Women wearing "handmaids" costumes represented in the dystopian novels by Margaret Atwood protest an appearance by U.S. Vice President Michael Pence in Colorado in October, 2017. Pence is a staunch opponent of abortion rights.

Women wearing "handmaids" costumes represented in the dystopian novels by Margaret Atwood protest an appearance by U.S. Vice President Michael Pence in Colorado in October, 2017. Pence is a staunch opponent of abortion rights.

It takes many held-breath pages and held-breath sentences and held-breath thoughts to reach Page 407 of “The Testaments” where, in something of an epilogue to the main story, you come across this line. And then you hold your breath some more, thinking about everything that has come before in Margaret Atwood’s twin tales of of the fictional collapse of progressive democracy — and in the nonfictional history of democracy itself.

Atwood wrote “The Testaments” as a long-awaited response to “The Handmaid’s Tale,” a chilling story of  totalitarianism following America’s “second Civil War.” (Some might better know “The Handmaid’s Tale,” originally published in 1985, through the Hulu series released in 2017.) “The Testaments” brings the story forward to the underground uprising against the oppressive regime, and then forward again, in the epilogue, to historians studying events from the safe perch of hindsight.

The books are more than worth the read, multiple times, not just for what they say but for how they say it. To call Atwood a master of the craft is to call Michael Jordan a skilled basketball player. Both somehow see things other fine professionals don’t. Both execute moves that leave you, well, breathless.

But let’s just zero in on that sentence, and what makes it great:

“As they say, history does not repeat itself, but it rhymes.”

First, it takes an aphorism that has become something of a cliche: History repeats itself. But it puts a twist on that cliche, challenges it, and asks us to think of it in a new way. We don’t discard the embedded wisdom, but we expand its value.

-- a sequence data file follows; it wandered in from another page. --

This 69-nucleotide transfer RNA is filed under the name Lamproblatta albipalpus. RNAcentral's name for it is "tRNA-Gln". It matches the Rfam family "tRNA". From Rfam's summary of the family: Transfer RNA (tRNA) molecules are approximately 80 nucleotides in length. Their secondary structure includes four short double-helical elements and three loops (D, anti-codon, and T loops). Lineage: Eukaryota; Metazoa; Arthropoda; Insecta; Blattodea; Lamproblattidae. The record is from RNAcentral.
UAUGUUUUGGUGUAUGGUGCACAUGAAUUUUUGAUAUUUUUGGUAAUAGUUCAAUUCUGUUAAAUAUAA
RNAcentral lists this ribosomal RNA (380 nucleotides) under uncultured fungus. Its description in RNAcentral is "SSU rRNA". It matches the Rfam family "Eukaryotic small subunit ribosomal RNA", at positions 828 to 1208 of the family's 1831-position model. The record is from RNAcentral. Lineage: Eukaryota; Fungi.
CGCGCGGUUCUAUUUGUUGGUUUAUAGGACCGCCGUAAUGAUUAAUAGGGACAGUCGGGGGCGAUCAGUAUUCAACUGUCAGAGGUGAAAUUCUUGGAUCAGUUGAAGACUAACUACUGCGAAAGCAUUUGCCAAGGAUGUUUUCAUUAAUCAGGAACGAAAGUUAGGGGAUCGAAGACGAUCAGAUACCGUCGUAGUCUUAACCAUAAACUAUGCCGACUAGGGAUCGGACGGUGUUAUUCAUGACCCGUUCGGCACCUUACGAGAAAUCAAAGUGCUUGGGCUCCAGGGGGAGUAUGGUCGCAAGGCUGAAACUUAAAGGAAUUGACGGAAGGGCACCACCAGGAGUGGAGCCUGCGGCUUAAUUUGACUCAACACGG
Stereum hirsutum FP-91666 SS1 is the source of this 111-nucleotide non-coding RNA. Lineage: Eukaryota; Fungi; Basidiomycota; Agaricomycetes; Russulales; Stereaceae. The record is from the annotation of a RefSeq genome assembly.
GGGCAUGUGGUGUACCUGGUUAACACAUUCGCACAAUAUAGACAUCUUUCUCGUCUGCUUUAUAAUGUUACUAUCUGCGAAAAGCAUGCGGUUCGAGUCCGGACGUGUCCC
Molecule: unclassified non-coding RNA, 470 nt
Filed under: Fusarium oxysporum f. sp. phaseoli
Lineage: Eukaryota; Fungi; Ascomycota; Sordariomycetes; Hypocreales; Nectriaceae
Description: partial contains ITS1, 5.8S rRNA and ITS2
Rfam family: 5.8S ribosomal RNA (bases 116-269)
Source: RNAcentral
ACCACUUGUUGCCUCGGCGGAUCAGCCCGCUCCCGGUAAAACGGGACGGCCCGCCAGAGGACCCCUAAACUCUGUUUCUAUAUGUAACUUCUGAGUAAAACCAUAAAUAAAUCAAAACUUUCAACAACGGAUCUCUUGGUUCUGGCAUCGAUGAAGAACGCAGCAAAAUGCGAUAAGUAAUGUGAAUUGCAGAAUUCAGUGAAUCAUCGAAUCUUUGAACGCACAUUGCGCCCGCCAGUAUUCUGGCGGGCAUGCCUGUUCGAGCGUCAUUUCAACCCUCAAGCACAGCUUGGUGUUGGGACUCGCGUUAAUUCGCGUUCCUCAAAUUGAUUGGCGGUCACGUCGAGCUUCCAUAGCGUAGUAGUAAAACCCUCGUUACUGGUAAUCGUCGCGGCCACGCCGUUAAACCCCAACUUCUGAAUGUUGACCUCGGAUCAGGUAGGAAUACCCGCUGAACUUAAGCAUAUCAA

Second, a small but lovely thing: Subtle alliteration between “repeat” and “rhyme.” Overdone alliteration, like most overdone things, loses its zip. But Atwood doesn’t bludgeon; she hints. It’s a light lisp instead of a harsh hiss. Many readers might skate right over it. No matter, it’s there, adding depth to the line.

Third, that line becomes an echo of the entirety of Atwood’s two books. Throughout both “The Handmaid’s Tale” and “The Testaments,” Atwood leans on history to remind us what happens if it is forgotten. Maybe a darker past is not resurrected in entirety; it does not repeat in a literal sense. But the rhymes are all around. We ignore them at our own risk. (Important note: If you think this kind of thinking and writing apply only to fiction, think again: In narrative nonfiction, we also need to find the heart of what we’re trying to say, make sure our reporting guides us to it or supports it, then build our story around it.)

Finally, and briefly: Timing. Atwood’s new novel, leading to that one sentence, is an unapologetic reflection on the political times we find ourselves in, and have found ourselves in before. The historians, in her epilogue, reference the scourges of slavery 300 years earlier. Atwood, in her acknowledgments, references events in the U.S. and around the world today. History may not repeat itself exactly, but the rhymes are unmistakable.

 

Canadian Author Margaret Atwood in Toronto in 2019 prior to the release of "The Testaments," a sequel to "The Handmaid's Tale."

Canadian Author Margaret Atwood in Toronto in 2019 prior to the release of "The Testaments," a sequel to "The Handmaid's Tale."

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